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Paper w78-1999-2609:
A semantically rich reference model for building design

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Brien M J O', Baig A

A semantically rich reference model for building design

Abstract: Much effort has been expended by software developers attempting to build databases suitable for use by those working within the construction industry. Various models from the original RATAS relational database model through to sophisticated process models have been proposed, developed and evaluated. It is probably fair to say that these research efforts have only recently begun to effect the practices of professional construction engineers. This, in part, is due to the need for more sophisticated systems. This paper describes a database that is usable throughout the design and construction processes in the construction industry. The method uses the well-established idea of generic components that can be combined to create a large scale artefact. The novelty of the approach described herein allows the components to embody facts and rules that allow design knowledge to be modelled, captured and retrieved. The facts and rules encapsulate not only the interactions of the various products but also the processes involved in their use. In effect, the atomic primitive elements (both components and rules) can be combined to create complex elements which are semantically rich. The basic ideas and fundamental philosophy of this approach have been described elsewhere. This paper is devoted to describing the detailed implementation of this approach. The content is technical and thorough; it describes how a passive relational database management system, Oracle, has been used to create a new metadata structure for the creation, control and management of the components - both simple and complex. In effect, the relational database becomes active. Thus, the database reacts to design decisions by firing rules which then govern the interaction of the components. The paper presents a detailed description of the underlying architecture and the data model which has been developed. The paper is interesting not only to construction engineers but also to software designers in that it shows how existing database models can be extended by using their predefined data types to create new, and more complex, ones. While this is an old, well-established trick, this application to a real-world problem is a good test of its viability. Finally, a brief review puts this particular approach into the context of the other myriad attempts to create product and process reference models with an evaluation of its strengths and weaknesses.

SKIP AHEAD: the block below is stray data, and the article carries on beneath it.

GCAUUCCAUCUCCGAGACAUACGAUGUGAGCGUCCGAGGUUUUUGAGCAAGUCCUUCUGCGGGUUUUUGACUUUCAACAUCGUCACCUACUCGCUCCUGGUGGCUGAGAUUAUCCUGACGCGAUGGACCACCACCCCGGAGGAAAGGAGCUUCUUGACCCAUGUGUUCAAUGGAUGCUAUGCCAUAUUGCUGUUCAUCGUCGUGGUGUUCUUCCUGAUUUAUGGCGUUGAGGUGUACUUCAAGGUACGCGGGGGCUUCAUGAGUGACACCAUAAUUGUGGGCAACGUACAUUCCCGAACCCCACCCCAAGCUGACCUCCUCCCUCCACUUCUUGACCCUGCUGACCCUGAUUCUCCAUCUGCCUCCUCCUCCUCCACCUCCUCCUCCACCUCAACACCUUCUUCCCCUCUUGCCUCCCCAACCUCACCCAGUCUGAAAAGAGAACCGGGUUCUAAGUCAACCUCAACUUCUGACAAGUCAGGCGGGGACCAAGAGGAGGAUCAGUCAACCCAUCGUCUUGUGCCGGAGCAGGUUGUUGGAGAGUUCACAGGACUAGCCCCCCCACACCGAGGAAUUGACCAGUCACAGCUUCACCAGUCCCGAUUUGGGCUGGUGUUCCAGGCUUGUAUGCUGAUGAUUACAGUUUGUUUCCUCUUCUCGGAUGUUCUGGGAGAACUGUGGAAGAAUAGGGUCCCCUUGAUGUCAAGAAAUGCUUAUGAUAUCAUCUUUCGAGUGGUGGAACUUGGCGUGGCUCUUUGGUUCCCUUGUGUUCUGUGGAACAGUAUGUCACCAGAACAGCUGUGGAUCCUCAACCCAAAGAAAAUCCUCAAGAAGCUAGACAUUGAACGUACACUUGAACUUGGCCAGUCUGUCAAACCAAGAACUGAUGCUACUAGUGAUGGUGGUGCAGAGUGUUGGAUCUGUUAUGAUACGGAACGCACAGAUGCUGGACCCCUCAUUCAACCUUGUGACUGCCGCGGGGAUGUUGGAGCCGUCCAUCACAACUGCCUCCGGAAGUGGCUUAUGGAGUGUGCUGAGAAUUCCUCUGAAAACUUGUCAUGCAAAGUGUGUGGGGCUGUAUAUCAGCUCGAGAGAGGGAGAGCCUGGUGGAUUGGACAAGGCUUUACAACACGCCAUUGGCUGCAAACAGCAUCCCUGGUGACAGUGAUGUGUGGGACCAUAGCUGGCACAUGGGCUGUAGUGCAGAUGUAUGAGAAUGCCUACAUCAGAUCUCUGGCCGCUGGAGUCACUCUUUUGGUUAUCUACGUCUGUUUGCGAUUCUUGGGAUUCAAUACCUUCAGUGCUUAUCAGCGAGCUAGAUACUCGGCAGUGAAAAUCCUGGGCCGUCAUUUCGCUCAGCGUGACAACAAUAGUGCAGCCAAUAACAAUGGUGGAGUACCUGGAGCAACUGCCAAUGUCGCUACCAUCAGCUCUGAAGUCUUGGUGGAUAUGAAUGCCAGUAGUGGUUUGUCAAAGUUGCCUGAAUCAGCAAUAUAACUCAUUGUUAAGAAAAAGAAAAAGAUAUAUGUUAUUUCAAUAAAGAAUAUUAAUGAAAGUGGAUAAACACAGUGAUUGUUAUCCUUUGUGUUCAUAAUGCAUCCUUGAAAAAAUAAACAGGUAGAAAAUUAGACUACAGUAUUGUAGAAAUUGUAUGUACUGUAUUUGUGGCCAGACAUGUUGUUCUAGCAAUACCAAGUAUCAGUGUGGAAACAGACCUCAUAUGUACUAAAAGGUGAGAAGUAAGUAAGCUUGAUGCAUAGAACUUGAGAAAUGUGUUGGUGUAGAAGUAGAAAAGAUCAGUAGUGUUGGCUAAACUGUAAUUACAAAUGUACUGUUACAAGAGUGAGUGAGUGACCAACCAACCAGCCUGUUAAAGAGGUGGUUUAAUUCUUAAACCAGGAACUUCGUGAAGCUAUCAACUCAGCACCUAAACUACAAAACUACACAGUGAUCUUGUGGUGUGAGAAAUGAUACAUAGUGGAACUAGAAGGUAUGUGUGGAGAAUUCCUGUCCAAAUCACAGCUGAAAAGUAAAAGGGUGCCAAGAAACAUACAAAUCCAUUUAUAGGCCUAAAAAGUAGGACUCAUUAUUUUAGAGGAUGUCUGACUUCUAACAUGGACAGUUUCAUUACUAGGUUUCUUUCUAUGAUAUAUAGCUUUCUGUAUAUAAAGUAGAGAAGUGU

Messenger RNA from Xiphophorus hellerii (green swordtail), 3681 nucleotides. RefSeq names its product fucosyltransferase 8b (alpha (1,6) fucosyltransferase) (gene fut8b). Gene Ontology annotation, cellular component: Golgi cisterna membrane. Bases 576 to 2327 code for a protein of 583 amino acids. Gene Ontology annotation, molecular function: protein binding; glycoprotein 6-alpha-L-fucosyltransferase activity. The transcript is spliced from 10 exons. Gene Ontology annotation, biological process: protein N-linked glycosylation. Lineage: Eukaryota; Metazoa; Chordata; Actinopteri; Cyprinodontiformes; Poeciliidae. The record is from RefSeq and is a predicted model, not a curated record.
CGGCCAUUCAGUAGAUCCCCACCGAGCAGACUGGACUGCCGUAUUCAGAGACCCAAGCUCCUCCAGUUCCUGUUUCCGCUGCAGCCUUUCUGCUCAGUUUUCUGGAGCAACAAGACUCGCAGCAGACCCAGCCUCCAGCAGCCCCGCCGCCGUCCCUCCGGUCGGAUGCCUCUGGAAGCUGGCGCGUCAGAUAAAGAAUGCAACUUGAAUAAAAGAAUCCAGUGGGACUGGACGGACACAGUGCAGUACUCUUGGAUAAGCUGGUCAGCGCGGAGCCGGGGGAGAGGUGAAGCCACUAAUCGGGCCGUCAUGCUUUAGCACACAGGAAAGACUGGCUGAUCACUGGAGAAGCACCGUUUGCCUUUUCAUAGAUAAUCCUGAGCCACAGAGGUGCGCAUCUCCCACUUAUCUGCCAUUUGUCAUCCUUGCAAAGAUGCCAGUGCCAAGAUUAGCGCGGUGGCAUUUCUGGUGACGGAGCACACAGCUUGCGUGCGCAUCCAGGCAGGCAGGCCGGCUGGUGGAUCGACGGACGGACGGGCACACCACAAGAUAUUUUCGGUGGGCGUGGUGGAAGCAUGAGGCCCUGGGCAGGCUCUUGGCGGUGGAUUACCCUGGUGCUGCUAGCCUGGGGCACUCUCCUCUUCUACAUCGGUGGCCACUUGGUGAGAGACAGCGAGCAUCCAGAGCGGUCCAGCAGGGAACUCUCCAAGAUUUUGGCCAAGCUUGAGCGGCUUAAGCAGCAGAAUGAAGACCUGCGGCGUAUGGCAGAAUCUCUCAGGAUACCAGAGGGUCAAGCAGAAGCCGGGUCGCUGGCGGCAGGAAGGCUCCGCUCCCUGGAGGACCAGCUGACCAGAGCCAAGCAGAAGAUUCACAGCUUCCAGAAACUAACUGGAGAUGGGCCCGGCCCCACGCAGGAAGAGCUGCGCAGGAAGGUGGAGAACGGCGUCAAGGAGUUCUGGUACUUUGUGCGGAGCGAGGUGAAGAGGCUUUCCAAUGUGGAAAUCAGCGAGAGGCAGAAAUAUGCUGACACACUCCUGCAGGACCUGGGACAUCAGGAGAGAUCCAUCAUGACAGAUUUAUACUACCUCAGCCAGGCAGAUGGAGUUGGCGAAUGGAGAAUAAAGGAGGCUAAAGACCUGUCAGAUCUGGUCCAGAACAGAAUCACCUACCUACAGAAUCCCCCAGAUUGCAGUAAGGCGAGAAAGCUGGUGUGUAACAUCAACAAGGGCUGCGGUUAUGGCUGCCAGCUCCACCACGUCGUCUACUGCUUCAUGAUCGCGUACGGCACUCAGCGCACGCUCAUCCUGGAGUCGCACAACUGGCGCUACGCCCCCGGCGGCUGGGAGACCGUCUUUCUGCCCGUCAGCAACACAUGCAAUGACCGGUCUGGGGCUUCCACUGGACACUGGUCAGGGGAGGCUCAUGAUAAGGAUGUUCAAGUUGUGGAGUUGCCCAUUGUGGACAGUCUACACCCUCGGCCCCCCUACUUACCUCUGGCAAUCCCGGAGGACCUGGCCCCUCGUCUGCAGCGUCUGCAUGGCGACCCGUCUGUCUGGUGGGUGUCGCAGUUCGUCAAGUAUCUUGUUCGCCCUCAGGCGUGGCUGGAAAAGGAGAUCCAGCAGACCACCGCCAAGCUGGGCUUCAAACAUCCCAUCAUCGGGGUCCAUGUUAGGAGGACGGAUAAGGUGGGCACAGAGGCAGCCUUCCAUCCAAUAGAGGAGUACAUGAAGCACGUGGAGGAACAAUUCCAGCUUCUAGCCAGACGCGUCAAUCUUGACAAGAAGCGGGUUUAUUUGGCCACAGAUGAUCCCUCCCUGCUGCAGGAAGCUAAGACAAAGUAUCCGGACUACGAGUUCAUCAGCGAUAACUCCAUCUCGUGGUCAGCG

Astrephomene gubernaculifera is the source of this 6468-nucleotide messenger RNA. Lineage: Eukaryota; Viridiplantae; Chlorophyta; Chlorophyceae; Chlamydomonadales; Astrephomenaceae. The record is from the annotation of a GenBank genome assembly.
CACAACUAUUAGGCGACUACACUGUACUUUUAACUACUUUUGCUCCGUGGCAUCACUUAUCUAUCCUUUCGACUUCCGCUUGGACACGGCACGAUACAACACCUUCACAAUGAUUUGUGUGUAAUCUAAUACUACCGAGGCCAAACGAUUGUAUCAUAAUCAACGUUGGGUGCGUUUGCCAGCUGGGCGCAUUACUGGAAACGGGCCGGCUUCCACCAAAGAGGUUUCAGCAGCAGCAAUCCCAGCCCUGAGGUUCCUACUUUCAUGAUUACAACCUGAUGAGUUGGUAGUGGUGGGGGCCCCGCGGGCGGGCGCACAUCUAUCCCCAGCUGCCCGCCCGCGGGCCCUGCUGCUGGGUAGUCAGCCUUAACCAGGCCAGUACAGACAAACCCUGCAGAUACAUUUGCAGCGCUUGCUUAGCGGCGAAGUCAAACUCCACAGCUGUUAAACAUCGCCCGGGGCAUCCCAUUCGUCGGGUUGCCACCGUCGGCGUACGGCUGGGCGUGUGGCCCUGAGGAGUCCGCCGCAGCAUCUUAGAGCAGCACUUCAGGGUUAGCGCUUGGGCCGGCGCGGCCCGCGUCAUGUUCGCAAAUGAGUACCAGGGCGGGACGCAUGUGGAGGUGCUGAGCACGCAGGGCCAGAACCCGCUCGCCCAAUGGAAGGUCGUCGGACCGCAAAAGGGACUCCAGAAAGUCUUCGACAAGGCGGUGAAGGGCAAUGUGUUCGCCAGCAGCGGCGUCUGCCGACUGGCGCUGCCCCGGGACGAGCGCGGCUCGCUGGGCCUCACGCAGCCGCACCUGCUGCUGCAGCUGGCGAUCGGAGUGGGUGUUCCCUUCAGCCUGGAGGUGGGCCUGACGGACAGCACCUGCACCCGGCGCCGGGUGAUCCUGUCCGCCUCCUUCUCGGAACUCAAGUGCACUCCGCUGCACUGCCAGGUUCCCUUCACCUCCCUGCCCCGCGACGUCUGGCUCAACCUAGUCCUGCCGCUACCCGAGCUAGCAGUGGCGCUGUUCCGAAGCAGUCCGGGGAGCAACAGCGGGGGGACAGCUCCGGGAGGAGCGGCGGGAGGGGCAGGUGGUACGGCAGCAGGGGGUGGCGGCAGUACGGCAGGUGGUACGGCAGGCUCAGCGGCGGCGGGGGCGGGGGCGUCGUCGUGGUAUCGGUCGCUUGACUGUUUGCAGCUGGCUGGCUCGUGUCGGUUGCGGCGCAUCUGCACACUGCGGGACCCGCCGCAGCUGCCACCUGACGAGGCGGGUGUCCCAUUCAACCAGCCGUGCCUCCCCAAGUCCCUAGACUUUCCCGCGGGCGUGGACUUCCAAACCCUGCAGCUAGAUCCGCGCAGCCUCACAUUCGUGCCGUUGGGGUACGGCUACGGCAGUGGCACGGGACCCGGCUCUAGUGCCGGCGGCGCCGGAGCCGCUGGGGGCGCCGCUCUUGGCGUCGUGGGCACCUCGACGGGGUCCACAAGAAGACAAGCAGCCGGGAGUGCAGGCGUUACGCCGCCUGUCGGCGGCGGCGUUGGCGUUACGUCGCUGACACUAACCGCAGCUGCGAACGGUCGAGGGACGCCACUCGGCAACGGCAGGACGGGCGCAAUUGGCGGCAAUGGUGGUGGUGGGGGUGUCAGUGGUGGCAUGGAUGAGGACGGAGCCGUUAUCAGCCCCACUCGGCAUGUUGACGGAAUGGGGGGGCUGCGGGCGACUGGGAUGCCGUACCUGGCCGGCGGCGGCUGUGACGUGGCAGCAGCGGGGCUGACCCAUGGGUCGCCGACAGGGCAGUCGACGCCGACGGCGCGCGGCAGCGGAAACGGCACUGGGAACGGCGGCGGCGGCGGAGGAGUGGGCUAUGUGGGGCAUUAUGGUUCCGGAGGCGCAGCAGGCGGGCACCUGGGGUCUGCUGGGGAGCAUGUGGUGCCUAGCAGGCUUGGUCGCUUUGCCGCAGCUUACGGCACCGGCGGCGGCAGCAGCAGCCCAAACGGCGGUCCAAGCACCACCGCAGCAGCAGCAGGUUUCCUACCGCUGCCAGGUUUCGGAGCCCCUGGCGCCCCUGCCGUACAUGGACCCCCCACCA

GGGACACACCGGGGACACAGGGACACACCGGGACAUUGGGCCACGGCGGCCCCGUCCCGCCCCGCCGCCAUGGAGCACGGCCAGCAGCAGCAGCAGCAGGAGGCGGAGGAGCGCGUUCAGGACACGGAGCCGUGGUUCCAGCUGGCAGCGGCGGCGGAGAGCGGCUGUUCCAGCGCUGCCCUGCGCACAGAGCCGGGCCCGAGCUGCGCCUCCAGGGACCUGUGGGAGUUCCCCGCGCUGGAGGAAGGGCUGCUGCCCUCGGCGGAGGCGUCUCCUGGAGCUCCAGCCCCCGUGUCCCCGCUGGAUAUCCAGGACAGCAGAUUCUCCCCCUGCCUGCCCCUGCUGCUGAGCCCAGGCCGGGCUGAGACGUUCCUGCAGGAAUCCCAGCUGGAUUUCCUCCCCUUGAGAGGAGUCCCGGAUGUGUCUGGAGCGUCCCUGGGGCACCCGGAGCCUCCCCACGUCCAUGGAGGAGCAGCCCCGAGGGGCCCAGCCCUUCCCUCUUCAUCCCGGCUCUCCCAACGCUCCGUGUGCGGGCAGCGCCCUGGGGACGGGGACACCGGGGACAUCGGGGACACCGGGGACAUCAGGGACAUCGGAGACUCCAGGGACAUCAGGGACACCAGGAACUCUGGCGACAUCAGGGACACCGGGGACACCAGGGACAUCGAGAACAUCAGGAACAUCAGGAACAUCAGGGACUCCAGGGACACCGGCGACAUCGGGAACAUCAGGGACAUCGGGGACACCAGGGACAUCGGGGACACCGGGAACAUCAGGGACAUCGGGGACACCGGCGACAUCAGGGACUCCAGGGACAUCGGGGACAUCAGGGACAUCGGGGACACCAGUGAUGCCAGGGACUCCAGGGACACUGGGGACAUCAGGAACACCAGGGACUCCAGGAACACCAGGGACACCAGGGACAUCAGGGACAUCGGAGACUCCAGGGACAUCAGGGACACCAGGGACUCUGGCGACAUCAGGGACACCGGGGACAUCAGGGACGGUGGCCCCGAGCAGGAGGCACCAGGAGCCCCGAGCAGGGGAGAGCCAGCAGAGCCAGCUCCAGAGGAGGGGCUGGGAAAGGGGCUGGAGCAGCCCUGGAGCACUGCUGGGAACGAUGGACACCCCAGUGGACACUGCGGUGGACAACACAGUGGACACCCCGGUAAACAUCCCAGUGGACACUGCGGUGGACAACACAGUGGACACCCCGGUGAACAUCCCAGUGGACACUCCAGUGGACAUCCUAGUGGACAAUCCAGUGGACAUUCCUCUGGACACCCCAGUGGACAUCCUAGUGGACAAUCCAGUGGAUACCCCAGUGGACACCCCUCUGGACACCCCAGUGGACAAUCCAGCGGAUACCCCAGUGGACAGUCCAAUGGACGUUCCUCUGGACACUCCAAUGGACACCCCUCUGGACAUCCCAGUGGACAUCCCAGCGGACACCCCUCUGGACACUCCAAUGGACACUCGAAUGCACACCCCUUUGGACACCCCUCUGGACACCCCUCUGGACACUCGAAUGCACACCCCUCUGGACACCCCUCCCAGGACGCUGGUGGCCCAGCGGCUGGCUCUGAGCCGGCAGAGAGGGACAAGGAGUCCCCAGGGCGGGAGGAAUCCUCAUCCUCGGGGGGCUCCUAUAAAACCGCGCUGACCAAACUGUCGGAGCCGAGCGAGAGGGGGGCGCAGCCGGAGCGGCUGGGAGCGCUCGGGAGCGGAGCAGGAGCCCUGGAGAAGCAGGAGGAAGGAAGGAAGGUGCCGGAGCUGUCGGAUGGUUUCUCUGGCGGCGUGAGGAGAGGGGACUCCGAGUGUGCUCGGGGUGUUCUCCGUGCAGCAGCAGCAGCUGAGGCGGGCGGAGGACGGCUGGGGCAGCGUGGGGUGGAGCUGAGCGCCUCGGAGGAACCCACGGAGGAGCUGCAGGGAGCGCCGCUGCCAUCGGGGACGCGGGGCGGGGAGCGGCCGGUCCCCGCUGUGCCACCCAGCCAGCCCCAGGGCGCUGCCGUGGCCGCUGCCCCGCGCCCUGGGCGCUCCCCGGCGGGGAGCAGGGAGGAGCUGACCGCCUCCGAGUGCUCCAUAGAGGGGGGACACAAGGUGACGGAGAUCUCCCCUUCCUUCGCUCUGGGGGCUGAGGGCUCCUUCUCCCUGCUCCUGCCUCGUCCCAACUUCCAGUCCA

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Full text: content.pdf (90,426 bytes) (available to registered users only)

Series: w78:1999 (browse)
Cluster: papers of the same cluster (result of machine made clusters)
Class: class.analysis (0.047518) class.man-software (0.016724) class.store (0.013661)
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Permission to reproduce these papers has been graciously provided by the Research Press of the National Research Council of Canada. The support of the editors, particularly Dr. Dana Vanier, is gratefully appreciated.

 

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